Egypt’s President Abdel Fattah al-Sisi met with former U.S. Secretaries of State Henry Kissinger and Madeleine Albright at his current New York residence on Monday, where they discussed the current developments in Egypt and the region.
The meeting came shortly before Sisi met with former US President Bill Clinton and former US Secretary of State and potential presidential candidate Hillary Clinton.
Sisi met a group of businessmen of the American Chamber of Commerce, state-run MENA agency reported, with whom he reviewed the measures taken by Egypt to stimulate investment in light of the grand projects currently being executed in the country.
The president also met with members of the Business Council for International Understanding (BCIU), which was established as a White House initiative under former U.S. President Eisenhower in 1955 to promote “dialogue and alliances between world businesses and political leaders.”
Sisi embarked on a trip to the U.S. on Sunday, his first since he was elected president in June, to represent Egypt in the United Nations’ General Assembly’s 69th session. Sisi will also attend the UN Climate Summit, scheduled for September 23 in New York.
The United States Department of State invited Egypt’s president to meet with U.S. President Barack Obama during the former’s visit to New York, a presidency source told Aswat Masriya.
The source, who preferred to remain anonymous, said that the presidents’ meeting is expected to be held on Thursday. He added that Sisi agreed to the meeting to “present Egypt’s stance toward terrorism.”
Sisi would stress on the importance of combating terrorism in general and not only Islamic State fighters in Iraq, the source said.
The Egyptian president will also deliver a speech in the General Assembly’s 69th session on Thursday. Combating terrorism and extremism will be an integral part of Sisi’s speech, reported state-run news agency MENA.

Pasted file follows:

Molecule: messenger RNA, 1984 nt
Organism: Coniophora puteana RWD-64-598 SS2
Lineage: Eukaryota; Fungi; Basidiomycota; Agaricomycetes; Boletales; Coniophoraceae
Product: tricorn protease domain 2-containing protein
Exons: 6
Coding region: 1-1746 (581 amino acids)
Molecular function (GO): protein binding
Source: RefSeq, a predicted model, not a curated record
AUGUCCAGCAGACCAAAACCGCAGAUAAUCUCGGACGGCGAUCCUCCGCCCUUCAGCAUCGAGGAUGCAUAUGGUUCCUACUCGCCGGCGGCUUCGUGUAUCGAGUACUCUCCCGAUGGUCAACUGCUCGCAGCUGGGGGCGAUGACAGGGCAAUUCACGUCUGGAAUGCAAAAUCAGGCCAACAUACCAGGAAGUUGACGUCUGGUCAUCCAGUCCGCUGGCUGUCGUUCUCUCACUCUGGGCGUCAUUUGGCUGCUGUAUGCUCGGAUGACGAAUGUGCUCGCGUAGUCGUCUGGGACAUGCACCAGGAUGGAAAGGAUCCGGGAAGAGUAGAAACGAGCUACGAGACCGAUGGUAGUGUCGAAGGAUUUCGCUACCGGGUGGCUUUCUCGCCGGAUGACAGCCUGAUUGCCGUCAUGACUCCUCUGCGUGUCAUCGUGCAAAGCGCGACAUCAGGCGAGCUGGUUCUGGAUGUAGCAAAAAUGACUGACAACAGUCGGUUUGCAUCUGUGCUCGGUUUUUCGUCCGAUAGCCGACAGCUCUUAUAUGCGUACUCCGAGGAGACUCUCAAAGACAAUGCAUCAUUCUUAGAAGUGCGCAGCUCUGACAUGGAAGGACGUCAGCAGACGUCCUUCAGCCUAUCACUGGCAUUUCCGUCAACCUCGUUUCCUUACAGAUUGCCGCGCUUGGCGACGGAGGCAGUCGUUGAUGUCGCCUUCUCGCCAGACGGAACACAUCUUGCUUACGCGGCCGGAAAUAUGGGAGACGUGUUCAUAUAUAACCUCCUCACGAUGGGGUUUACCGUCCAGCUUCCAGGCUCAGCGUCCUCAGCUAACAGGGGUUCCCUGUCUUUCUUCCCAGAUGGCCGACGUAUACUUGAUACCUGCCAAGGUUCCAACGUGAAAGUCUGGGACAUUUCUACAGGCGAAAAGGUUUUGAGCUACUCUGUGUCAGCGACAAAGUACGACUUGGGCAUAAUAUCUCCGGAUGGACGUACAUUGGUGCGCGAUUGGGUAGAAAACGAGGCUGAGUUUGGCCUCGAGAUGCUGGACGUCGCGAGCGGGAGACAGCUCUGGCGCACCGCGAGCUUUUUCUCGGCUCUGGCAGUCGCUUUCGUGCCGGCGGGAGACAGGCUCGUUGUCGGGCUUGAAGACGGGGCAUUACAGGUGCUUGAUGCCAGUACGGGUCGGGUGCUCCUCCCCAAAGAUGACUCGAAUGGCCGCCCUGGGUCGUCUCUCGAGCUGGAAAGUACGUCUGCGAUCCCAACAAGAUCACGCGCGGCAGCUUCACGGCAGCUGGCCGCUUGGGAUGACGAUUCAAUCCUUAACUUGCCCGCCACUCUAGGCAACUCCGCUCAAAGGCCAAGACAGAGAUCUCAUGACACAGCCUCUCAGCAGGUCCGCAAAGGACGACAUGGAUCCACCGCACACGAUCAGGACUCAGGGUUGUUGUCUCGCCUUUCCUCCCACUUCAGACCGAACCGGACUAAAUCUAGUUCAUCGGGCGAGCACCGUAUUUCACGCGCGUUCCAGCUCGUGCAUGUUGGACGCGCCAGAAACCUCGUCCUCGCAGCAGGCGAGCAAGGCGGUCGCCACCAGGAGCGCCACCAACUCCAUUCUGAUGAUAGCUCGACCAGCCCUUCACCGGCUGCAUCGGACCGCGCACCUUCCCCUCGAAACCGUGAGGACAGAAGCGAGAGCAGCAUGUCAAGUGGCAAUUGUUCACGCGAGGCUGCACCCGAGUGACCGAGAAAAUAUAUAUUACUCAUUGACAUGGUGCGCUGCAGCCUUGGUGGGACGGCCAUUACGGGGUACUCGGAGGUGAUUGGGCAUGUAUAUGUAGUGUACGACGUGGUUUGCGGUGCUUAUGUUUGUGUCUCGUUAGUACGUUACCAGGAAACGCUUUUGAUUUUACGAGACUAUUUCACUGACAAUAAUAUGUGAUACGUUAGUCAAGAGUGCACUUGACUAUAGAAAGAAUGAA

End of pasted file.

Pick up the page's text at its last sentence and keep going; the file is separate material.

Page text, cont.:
Egypt was part of the talks hosted by Saudi Arabia in Jeddah ten days ago to discuss means of combating extremist groups within the region.
The talks, attended by representatives from the United States as well as Arab and Muslim countries, granted the support of 10 Arab countries – including Egypt – to the U.S. in a “coordinated military campaign” against Islamic State fighters in Iraq.
During a meeting with U.S. Secretary of State John Kerry on Saturday, Sisi said the newly formed coalition should fight other militant groups in the region and not just Islamic State fighters.
Egypt’s relations with the U.S. have been tense since the military ouster of former Islamist President Mohamed Mursi in July 2013 at the hands of Sisi.
The U.S. announced temporarily halting part of its 1.3 billion-dollar military aid to Egypt last October pending “credible progress toward an inclusive, democratically elected civilian government through free and fair elections.”
In January, the U.S. congress passed a bill resuming the aid in installments and under certain conditions. U.S. Defence Secretary Chuck Hagel confirmed to his Egyptian counterpart Sedki Sobhi the U.S. plans to deliver 10 Appache helicopters in support of Egypt’s counter-terrorism efforts, the Pentagon announced on Saturday.